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BioMed Research International
Volume 2015 (2015), Article ID 607079, 9 pages
Review Article

An Update on Renal Artery Denervation and Its Clinical Impact on Hypertensive Disease

Department of Cardiology, Blacktown Mount Druitt Hospital, Blacktown Road, Blacktown, NSW 2148, Australia

Received 27 February 2015; Accepted 1 May 2015

Academic Editor: Giuseppe Biondi-Zoccai

Copyright © 2015 Aditya Bhat et al. This is an open access article distributed under the Creative Commons Attribution License, which permits unrestricted use, distribution, and reproduction in any medium, provided the original work is properly cited.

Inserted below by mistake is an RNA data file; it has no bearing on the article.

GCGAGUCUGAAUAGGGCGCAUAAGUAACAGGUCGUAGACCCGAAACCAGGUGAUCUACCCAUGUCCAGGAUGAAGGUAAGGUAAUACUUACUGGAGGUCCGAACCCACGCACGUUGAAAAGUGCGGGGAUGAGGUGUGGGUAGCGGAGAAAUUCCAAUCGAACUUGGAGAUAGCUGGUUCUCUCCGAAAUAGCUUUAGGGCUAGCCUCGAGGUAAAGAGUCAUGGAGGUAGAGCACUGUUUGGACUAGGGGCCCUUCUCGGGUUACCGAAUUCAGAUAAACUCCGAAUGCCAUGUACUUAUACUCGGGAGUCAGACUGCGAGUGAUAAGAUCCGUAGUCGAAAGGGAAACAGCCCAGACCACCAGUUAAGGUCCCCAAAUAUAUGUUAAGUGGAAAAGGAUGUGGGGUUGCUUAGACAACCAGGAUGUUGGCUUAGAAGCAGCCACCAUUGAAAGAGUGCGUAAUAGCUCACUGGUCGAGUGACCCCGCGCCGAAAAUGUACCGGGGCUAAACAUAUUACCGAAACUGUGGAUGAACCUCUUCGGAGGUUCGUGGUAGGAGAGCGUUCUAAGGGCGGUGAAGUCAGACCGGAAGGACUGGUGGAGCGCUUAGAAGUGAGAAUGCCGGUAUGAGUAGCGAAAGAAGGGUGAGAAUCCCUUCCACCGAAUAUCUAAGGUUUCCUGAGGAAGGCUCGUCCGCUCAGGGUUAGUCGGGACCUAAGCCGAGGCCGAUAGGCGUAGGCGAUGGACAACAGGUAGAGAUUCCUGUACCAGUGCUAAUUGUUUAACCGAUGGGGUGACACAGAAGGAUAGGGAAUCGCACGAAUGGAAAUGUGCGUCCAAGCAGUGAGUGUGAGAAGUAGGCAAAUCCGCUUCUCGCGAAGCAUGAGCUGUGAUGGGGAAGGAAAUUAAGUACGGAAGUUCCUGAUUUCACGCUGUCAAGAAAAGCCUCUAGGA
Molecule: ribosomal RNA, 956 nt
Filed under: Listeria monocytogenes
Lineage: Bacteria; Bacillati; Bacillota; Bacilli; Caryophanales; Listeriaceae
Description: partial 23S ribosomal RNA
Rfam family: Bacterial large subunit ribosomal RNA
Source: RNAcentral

Hypertension is a globally prevalent condition, with a heavy clinical and economic burden. It is the predominant risk factor for premature cardiovascular and cerebrovascular disease, and is associated with a variety of clinical disorders including stroke, congestive cardiac failure, ischaemic heart disease, chronic renal failure, and peripheral arterial disease. A significant subset of hypertensive patients have resistant hypertensive disease. In this group of patients, catheter-based renal artery denervation has emerged as a potential therapy, with favourable clinical efficacy and safety in early trials. Additional benefits of this therapy are also being identified and include effects on left ventricular remodeling, cardiac performance, and symptom status in congestive cardiac failure. Utility of renal denervation for the management of resistant hypertension, however, has become controversial since the release of the Symplicity HTN-3 trial, the first large-scale blinded randomised study investigating the efficacy and safety of renal artery denervation. The aim of this paper is to evaluate the history, utility, and clinical efficacy of renal artery denervation technology, including an in-depth appraisal of the current literature and principal trials.